Indeed, the bible is full of different theologies – full of different ways of thinking about how we understand the world around us. My favourite book of the bible, theologically speaking, is one that does not mention God at all – the story of Esther. In Megillat Esther, readers are forced to analyse events for themselves. There are coincidences, allusions and apparent dual causality, but events are left ambiguous. The author of Esther places responsibility for seeing the divine hand in the story on to the reader. God’s intervention in the book is there as a possibility rather than as a given certainty. In the theology of the book of Esther, we do not have an author who directs us to a ‘correct’ understanding of what we observe. Nor can we ever reach the sort of certainty that most biblical texts provide. The challenge of seeing God’s presence in the world is exactly that, a challenge, and one which falls on us as the reader, and by extension on us in our lives.
What is important is that the bible is not a unified work – at least not theologically. It is not a systematic presentation of Jewish theology. It contains differences about some of the most fundamental questions of human existence. On Wednesday evening Howard Jacobson stood here and said that as Jews we either accept or reject the Jewish God and thus place ourselves inside or outside religiously. But this is not true. There is no one way to believe in God – no one way to understand God in the world. In fact, we could debate long and hard whether belief of any sort is a prerequisite for Jewish existence. I would argue very strongly that it is not.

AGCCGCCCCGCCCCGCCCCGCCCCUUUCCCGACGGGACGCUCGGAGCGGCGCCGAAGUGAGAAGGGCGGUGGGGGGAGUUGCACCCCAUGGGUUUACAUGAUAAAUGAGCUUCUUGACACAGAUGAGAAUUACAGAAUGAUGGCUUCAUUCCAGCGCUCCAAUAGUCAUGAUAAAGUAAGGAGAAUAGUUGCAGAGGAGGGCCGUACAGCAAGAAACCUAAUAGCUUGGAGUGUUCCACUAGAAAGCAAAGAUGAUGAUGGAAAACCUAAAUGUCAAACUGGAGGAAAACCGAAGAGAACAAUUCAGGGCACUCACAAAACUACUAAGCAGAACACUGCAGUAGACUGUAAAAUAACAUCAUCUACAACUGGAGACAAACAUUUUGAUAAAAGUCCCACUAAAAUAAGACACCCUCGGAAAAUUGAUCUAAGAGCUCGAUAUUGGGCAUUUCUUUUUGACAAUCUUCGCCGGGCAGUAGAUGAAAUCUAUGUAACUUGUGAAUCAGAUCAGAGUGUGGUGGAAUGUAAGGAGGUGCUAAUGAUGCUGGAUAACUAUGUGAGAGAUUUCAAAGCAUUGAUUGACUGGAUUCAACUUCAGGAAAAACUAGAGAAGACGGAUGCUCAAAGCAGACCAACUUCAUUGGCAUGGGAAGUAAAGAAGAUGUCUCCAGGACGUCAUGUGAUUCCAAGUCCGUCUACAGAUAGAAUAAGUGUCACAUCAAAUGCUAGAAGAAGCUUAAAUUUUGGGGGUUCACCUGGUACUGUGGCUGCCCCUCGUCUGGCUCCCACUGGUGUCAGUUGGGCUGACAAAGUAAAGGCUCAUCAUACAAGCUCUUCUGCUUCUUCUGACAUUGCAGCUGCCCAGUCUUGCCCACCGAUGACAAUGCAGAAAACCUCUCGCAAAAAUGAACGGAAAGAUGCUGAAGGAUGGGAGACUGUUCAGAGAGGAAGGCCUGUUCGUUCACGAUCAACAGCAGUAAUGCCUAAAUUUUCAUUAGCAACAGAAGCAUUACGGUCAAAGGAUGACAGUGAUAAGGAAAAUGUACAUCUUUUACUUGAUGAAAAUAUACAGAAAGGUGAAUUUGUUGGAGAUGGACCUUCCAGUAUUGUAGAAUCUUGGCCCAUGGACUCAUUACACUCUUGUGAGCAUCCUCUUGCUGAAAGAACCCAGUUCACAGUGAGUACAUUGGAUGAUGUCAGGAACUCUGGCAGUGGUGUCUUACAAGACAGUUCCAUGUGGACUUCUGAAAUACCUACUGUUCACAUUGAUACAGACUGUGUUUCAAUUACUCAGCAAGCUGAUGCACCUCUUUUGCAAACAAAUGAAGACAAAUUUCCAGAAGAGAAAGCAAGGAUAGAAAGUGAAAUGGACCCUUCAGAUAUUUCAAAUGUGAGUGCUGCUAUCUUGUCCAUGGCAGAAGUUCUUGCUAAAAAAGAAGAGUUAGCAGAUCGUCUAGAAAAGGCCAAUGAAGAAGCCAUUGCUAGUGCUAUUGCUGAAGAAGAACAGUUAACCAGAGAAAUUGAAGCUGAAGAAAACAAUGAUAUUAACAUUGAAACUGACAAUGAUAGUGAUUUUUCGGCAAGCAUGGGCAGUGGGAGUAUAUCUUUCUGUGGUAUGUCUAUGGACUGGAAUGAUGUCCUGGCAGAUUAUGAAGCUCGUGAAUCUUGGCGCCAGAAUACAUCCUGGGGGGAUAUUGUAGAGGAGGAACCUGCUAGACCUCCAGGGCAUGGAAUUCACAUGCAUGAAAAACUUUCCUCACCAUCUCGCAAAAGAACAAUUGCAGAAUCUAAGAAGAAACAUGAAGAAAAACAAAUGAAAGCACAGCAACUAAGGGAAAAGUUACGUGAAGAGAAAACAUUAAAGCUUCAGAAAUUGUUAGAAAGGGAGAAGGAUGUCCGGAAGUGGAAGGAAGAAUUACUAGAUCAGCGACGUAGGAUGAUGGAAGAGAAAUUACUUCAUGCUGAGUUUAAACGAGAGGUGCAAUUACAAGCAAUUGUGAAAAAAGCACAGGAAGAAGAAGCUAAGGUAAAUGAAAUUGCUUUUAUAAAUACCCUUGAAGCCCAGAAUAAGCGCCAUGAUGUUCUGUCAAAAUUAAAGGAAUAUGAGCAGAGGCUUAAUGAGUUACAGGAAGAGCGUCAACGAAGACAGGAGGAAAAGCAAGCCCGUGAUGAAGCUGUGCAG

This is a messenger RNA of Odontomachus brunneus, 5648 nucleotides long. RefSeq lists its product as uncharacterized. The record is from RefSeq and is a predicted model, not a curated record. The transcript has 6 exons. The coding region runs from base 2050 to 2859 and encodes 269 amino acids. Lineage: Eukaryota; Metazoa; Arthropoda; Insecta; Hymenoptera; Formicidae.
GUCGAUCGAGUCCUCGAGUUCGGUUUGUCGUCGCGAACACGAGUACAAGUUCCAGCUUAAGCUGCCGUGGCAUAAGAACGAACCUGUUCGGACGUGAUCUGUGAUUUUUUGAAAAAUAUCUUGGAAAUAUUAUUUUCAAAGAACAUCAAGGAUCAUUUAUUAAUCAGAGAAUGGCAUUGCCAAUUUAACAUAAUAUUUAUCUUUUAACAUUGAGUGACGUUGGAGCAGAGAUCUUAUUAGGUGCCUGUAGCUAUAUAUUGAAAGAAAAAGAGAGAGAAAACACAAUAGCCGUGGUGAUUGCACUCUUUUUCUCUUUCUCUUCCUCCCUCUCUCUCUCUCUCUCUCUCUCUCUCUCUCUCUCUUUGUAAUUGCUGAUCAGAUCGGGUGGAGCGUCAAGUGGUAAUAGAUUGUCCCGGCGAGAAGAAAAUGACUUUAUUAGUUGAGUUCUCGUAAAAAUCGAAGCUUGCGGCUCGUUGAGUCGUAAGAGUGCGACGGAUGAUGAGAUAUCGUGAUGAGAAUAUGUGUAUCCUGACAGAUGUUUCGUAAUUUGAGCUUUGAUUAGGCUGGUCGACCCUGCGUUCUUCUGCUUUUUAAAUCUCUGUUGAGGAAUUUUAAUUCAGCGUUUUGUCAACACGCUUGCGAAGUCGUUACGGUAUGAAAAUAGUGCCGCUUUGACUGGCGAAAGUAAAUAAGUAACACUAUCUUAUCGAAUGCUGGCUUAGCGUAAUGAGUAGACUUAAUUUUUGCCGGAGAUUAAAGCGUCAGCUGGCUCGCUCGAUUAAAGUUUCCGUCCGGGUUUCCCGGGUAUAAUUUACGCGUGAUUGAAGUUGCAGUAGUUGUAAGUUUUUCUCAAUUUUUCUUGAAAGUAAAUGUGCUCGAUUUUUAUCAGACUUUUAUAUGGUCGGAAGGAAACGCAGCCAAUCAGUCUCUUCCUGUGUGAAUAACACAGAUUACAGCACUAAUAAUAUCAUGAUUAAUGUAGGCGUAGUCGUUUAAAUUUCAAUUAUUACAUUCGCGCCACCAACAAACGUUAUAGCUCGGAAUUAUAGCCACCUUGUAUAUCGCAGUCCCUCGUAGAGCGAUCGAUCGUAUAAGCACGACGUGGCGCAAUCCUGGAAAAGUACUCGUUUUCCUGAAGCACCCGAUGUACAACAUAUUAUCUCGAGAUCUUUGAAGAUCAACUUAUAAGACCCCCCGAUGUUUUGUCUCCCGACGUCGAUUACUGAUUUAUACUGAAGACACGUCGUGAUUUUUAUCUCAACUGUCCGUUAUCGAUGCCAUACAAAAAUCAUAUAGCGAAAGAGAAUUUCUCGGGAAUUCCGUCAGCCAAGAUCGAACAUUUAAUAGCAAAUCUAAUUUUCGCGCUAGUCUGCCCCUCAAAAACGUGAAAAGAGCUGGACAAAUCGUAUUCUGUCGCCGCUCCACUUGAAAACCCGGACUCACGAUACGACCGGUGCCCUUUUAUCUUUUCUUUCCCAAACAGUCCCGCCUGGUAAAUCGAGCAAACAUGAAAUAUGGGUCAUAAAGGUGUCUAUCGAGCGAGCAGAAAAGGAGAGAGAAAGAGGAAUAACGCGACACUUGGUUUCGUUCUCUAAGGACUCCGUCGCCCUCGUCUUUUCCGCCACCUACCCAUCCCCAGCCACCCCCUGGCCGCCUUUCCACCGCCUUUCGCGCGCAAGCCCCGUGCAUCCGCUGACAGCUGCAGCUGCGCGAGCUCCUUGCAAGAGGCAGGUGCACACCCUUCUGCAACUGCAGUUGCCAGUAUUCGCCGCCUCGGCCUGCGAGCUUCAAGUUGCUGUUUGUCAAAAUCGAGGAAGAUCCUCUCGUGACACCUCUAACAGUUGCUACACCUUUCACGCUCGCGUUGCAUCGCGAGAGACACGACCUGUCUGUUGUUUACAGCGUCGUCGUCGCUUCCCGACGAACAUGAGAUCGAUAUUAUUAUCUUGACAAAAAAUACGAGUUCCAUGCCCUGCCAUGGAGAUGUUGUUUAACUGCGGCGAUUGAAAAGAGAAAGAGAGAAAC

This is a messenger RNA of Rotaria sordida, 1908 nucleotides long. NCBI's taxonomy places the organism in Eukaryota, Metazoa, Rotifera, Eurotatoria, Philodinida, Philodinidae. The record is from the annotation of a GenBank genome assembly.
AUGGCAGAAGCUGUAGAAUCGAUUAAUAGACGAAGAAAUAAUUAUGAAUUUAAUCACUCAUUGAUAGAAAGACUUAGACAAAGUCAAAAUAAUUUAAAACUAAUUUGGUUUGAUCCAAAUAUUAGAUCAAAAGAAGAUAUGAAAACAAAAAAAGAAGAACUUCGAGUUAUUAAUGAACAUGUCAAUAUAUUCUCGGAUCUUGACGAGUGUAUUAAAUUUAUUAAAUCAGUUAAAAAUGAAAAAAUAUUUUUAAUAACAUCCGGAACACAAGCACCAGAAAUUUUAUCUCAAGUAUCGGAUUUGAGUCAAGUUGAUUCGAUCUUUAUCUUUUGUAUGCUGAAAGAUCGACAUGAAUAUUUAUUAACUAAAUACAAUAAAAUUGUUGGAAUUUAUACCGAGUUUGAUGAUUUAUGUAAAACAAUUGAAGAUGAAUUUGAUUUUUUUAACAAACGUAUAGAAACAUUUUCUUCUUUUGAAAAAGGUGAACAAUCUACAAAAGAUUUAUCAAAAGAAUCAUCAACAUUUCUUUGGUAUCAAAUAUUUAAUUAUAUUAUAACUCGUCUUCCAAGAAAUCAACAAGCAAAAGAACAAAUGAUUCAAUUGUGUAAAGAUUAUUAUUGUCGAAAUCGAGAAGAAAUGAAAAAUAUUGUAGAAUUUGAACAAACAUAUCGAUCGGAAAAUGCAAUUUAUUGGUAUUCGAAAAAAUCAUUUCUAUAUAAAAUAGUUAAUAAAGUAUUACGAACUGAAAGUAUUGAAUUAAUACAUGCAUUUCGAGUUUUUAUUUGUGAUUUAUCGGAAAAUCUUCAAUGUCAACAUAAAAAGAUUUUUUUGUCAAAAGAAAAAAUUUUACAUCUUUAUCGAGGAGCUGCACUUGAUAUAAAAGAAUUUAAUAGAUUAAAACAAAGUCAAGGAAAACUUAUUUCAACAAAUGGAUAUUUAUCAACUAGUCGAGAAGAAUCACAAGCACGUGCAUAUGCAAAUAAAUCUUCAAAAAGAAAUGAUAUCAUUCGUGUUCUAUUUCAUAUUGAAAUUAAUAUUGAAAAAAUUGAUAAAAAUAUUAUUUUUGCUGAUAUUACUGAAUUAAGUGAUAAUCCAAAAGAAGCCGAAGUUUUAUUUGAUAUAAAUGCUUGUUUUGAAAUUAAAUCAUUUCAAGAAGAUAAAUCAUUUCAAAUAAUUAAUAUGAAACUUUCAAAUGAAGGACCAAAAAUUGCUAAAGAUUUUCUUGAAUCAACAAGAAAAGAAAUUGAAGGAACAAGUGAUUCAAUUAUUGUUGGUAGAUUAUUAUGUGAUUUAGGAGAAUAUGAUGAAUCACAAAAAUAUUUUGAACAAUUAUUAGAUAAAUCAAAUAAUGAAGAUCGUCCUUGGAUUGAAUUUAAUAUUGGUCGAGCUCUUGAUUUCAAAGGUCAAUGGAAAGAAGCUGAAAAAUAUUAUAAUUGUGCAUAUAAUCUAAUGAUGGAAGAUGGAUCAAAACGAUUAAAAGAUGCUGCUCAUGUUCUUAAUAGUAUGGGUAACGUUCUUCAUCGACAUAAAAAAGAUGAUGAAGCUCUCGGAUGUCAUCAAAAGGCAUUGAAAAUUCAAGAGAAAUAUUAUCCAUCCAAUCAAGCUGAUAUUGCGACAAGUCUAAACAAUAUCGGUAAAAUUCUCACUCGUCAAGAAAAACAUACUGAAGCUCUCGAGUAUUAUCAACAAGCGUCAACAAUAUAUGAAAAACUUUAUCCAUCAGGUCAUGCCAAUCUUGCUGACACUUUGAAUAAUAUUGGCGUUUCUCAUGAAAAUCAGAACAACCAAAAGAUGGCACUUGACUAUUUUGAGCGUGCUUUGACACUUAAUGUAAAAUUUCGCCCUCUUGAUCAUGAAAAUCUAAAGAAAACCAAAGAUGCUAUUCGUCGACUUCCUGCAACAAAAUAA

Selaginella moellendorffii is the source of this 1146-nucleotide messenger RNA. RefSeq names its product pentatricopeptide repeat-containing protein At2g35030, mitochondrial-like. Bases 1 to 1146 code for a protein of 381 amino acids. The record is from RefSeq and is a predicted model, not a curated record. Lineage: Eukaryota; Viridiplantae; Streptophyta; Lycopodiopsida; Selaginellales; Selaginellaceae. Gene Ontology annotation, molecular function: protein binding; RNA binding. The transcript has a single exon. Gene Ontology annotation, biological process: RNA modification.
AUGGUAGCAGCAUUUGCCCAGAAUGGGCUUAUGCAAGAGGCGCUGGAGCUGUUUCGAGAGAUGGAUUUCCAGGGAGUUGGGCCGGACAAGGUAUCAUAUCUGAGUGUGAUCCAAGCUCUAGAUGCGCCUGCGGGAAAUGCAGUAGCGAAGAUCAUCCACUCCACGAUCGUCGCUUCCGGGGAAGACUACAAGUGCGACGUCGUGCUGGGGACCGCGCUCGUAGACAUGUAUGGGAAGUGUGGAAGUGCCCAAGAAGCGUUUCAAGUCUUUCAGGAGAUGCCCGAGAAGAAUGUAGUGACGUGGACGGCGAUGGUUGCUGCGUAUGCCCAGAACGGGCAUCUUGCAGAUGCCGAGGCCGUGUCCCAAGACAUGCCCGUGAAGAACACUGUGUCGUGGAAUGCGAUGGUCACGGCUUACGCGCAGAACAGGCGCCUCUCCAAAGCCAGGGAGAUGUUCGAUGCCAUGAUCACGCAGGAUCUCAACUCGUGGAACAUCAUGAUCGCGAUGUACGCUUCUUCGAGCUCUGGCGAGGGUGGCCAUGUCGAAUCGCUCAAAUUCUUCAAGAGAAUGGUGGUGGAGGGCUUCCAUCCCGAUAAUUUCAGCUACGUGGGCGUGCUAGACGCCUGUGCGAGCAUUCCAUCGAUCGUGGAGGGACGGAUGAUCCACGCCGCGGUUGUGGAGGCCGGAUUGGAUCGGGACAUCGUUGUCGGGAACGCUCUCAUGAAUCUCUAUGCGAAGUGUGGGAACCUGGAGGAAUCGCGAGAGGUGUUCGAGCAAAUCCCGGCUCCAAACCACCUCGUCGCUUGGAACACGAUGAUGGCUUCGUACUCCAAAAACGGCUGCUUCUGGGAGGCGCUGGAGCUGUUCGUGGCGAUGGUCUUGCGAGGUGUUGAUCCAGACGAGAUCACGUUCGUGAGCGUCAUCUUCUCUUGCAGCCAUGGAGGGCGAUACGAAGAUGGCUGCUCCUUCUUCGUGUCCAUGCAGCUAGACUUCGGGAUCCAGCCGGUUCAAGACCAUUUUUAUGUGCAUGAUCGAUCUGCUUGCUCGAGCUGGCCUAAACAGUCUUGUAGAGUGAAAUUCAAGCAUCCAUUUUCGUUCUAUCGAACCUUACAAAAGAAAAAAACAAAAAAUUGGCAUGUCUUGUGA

The Bible is not a single blueprint for how are to understand world. Indeed, the bible is not really in the explanation business at all. It is in the expression business. It expresses in different ways the human search for meaning, the way in which our ancestors processed their experience and their encounter with God’s presence in the world. It expresses this encounter in different ways because we all experience that encounter in different ways – differently from each other and in different ways in our lives. Some of us may need to believe in a God bringing awesome power on our behalf – or need the deterrent of what that power might do to us. Some of us need to believe in a God who nudges along the way. Some of us are able to claim little more than that when we look at the world we want to see order, and purpose, and to be open to the possibility of more.
Good religion is really not concerned with explaining – explaining events both human and natural – fires among them. Rather its power is expressive. Of our search for meaning, Of our aspirations for the world and for ourselves, Of our encounter with God, Of our search for divine presence in the world even when that world is unleashing upon us its most destructive forces.